His resemblances to Casablancas and co. don’t end there, either. Martin’s vocal is charged with gravelly fuzz, adding texture and energy and all of a sudden you‘re in the passenger seat of a roaring machine, the lights have turned to green and Martin is in full control, steering into a spine-tingling solo before screeching to a satisfying finale.
- Matthew Wood
Charity Shop Pop – Tropical
There’s something about this track that draws you in and before you’re aware, has you drifting away on its ambient, meandering vibe.
Charity Shop Pop is the solo project of Ormskirk boy next door, David Hughes. Tropical is primarily an experimental, synthesised mix of electronic sounds, beats and lolloping vocals that appear to have been recorded the other side of a closed bathroom door, whilst made in the bath. But don’t let that put you off.
The song itself laments the time-honoured male blunder of pining for all those out-of-reach girls, when the right one for you was there all the time – and probably living next door!
Planning to release one track per month, this is Charity Shop Pop’s latest instalment. A thoroughly decent pop tune and well worth your attention.
- Mark Rowley
Bang On – Young + Cool
Bang On, aka Elliot Egerton, is back with a brand new track that will make you sorry he’s ever been away. Having grabbed a GIT Award Nomination in 2012 and been featured as one of the musicians to have shaped Merseyside’s music scene in the Getintothis 101, it’s fair to say that as a team, we’re fans.
His latest track Young + Cool, released on Blah Records and produced by Drae Da Skimask, begins with some simple notes and the title’s telling phrase ‘Yeah I’m young, cool’. It soon plunges into a submersive whirlpool leaving you wondering where it will end up, before setting in with the beat but refusing to be steady. Given that the track comes from his latest album titled The Power Of Not Being Arsed, it’s fitting that Young + Cool dances in between different tempos of languidness, making each listen sound fresh.
- Lauren Wise
Rivers of Nihil – The Silent Life
Rivers of Nihil are back with their highly anticipated third album, Where Owls Know My Name, out via the legendary Metal Blade Records on March 16, and with it they bring an epic new single, The Silent Life.
This is six and a half minutes of some of the most melodic yet simultaneously brutal material they have written to date. Make no mistake, this is Rivers of Nihil through and through.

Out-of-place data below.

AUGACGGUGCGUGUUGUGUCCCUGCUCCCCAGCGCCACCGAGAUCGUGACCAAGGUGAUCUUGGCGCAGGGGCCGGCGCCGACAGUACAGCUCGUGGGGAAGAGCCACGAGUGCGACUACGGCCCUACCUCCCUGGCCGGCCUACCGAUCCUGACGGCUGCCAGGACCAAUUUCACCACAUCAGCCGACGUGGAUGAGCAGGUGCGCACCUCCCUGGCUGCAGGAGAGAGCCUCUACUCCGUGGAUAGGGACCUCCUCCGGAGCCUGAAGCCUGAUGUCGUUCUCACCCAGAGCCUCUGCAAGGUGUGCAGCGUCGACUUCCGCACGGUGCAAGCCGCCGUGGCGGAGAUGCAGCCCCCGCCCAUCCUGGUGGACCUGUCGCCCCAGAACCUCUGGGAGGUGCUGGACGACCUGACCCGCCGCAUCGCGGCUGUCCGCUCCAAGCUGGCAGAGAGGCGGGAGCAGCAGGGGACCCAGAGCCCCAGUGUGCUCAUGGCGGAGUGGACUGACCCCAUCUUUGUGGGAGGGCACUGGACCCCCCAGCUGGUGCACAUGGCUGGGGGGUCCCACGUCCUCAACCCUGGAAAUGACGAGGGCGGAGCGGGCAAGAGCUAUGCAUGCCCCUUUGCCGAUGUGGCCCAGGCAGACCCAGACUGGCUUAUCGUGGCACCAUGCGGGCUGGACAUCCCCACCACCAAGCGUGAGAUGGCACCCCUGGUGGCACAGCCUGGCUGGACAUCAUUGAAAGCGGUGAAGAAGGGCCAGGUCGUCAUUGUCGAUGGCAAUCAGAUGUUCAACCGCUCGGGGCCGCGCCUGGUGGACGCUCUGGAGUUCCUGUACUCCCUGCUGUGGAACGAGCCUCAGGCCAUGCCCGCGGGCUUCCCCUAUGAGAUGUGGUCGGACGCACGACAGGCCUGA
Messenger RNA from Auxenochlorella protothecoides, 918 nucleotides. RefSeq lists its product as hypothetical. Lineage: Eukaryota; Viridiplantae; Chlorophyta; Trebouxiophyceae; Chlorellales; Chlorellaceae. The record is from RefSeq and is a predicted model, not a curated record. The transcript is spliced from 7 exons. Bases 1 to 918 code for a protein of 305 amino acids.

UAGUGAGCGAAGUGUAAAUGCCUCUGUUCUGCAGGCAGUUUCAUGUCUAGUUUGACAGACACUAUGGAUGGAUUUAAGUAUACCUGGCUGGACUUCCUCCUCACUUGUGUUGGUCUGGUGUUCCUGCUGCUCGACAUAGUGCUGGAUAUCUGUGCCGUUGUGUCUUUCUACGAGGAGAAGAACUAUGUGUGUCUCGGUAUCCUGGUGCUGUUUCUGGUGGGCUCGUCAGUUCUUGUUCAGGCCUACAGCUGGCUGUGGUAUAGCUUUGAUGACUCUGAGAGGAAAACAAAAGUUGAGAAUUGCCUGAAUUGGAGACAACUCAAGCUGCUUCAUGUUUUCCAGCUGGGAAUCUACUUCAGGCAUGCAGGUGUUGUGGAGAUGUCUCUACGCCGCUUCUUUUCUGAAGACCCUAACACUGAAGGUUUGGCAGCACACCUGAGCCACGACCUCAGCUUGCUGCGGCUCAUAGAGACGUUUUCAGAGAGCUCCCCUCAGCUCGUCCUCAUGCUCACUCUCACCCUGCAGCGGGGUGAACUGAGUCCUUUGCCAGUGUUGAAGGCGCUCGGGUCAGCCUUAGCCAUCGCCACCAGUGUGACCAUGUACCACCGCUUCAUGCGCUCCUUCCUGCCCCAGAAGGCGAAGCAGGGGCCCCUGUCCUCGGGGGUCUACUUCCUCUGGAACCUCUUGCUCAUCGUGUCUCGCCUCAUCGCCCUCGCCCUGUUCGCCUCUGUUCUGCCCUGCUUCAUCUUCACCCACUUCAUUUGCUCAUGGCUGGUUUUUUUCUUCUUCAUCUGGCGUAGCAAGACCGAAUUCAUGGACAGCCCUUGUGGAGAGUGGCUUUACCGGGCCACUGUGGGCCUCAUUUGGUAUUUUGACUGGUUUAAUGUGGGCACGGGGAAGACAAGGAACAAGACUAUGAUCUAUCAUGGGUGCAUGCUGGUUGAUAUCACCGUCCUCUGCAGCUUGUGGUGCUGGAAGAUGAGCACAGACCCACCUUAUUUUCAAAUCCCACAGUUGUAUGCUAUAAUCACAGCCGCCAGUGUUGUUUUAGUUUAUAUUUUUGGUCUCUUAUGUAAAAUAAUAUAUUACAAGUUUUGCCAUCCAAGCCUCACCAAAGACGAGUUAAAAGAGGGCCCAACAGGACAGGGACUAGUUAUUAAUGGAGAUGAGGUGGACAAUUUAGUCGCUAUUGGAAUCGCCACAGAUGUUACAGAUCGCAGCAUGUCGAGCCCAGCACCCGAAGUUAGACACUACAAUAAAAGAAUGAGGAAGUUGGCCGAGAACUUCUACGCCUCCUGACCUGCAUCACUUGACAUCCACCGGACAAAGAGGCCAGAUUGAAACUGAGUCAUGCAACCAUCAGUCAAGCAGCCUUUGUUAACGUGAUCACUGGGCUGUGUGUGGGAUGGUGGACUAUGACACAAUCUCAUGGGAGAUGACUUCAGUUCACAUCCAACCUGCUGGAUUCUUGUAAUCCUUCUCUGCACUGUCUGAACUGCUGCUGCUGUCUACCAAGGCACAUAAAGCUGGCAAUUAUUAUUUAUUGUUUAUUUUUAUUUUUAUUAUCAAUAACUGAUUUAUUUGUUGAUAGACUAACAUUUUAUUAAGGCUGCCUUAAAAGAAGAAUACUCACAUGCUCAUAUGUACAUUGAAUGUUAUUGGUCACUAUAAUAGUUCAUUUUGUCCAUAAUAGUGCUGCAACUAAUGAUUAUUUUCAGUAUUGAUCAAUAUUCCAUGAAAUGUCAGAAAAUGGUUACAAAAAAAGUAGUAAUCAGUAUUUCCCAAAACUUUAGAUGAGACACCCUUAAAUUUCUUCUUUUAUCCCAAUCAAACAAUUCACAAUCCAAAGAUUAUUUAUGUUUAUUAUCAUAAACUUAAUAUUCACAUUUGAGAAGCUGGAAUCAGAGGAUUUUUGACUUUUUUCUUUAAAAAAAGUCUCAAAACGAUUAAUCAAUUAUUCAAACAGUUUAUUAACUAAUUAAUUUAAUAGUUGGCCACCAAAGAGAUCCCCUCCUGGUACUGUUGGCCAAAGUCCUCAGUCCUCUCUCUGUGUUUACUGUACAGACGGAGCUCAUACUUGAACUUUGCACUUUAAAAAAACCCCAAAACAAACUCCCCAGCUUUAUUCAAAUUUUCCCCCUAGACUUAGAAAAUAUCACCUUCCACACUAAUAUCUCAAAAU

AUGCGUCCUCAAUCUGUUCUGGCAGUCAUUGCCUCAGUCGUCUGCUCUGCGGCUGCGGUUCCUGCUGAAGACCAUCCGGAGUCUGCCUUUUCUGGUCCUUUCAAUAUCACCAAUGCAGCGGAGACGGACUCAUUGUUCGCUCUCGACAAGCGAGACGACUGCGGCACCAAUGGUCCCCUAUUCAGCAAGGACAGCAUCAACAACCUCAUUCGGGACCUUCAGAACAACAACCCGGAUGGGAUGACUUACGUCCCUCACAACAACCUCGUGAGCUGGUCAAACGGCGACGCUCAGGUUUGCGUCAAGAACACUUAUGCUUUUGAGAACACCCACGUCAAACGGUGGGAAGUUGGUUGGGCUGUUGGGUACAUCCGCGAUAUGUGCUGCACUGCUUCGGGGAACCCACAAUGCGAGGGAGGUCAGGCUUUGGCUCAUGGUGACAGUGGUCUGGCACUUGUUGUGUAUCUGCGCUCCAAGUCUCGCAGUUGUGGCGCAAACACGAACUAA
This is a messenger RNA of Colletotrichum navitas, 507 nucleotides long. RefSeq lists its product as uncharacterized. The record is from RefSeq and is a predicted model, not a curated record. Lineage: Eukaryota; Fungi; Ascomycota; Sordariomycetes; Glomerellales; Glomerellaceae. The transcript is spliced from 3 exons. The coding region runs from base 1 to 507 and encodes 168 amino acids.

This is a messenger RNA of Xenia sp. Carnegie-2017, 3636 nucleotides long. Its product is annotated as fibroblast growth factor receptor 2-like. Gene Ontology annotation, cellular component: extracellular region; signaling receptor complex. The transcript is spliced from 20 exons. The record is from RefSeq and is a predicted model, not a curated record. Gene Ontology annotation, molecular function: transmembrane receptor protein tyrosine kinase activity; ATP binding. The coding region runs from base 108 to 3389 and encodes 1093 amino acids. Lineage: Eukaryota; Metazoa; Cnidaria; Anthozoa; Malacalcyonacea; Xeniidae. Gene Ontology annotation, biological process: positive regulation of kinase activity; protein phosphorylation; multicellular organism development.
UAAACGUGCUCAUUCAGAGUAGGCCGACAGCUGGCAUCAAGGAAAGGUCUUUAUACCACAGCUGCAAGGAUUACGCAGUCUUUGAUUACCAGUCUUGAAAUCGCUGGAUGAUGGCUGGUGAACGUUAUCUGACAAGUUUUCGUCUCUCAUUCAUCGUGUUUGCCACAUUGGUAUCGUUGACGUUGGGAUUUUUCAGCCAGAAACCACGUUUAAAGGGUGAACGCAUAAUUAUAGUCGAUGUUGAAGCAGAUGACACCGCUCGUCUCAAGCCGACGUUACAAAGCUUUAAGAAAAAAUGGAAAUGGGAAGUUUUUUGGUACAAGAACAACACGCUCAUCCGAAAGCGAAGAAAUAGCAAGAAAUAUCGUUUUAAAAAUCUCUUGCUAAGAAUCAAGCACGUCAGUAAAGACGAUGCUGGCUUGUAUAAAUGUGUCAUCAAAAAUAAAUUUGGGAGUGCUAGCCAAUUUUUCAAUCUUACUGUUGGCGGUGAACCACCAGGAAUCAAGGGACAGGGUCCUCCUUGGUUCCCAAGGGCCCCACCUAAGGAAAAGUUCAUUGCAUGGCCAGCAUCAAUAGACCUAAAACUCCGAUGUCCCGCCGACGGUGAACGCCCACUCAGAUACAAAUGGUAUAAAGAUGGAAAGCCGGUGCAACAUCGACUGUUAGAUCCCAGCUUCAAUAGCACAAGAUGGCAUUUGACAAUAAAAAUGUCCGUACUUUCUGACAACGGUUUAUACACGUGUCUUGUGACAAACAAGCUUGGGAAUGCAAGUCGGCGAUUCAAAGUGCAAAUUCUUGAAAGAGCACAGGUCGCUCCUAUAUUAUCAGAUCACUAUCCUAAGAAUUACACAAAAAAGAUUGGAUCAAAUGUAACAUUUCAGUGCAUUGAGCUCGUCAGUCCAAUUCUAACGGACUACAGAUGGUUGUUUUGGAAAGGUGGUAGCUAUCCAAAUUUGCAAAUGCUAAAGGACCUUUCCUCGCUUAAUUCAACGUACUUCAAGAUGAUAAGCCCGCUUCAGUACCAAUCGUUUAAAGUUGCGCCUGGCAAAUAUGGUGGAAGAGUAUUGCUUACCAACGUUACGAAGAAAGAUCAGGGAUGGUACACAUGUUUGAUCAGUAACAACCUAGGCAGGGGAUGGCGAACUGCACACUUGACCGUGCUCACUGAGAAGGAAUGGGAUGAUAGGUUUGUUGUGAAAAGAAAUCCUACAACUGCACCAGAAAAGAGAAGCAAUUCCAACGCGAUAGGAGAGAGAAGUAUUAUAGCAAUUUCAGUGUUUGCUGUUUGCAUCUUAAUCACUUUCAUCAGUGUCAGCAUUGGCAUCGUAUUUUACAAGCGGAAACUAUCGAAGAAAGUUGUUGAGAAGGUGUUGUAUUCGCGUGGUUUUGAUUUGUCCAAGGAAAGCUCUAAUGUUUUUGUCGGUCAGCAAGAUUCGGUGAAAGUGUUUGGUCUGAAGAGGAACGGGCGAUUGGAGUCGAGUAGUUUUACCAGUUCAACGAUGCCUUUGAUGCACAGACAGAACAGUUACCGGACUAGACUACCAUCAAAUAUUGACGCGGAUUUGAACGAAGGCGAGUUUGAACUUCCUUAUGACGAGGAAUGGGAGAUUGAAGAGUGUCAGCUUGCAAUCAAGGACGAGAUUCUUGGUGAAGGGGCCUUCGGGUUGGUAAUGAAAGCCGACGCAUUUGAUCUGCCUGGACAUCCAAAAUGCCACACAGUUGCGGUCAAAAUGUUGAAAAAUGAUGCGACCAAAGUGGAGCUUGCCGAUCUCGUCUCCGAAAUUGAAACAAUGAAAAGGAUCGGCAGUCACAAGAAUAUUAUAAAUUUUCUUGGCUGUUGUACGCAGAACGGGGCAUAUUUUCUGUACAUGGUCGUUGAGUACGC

The familiar detuned chugging riffs and discordant ambience are in full effect, but are now also complemented by powerful guitar leads and a soulful saxophone solo, that comes completely out of nowhere in the best kind of way.
- Mark Davies
St Jude The Obscure – Wings Like Icarus
Wings Like Icarus, the latest offering from St. Jude The Obscure, is a slow burn of a track. A nostalgic elegy to friendship and loss, the pull of this song lies in its sparse instrumentation and the delicate poetry evoked in Adéle Emmas songwriting.
As with their previous projects Birds and Feral Love, both musicians (Emmas and Christian Sandford) excel at creating an ambience that is hauntingly austere, with Emmas’ voice a meditative whisper, punctuated by weighty pauses that allow the words to really seep in. So yes, this is a slow burn. It’s also sombre, pensive, and beautiful.
- Orla Foster
Berries – Faults
The Runaways have risen, and they’ve been reincarnated in the form of London-based three piece Berries. Chugging guitar riffs and anticipated heavy choruses are the order of the day with Berries’ latest release, Faults.
Their alternative/rock sound is easy to get on board with – and easy to put on repeat. Refrain ‘Thank God you have no faults to tame’ sounds sarcastically optimistic, and matched with their punk-like spirit it’s only fitting that sarcasm plays a part lyrically.
We can only be excited for their next trip to Liverpool, as it’s a surety just from listening to their latest release that their on stage enthusiasm will create a riot of a gig – beers, sweat and mosh pits guaranteed.
- Lauren Wise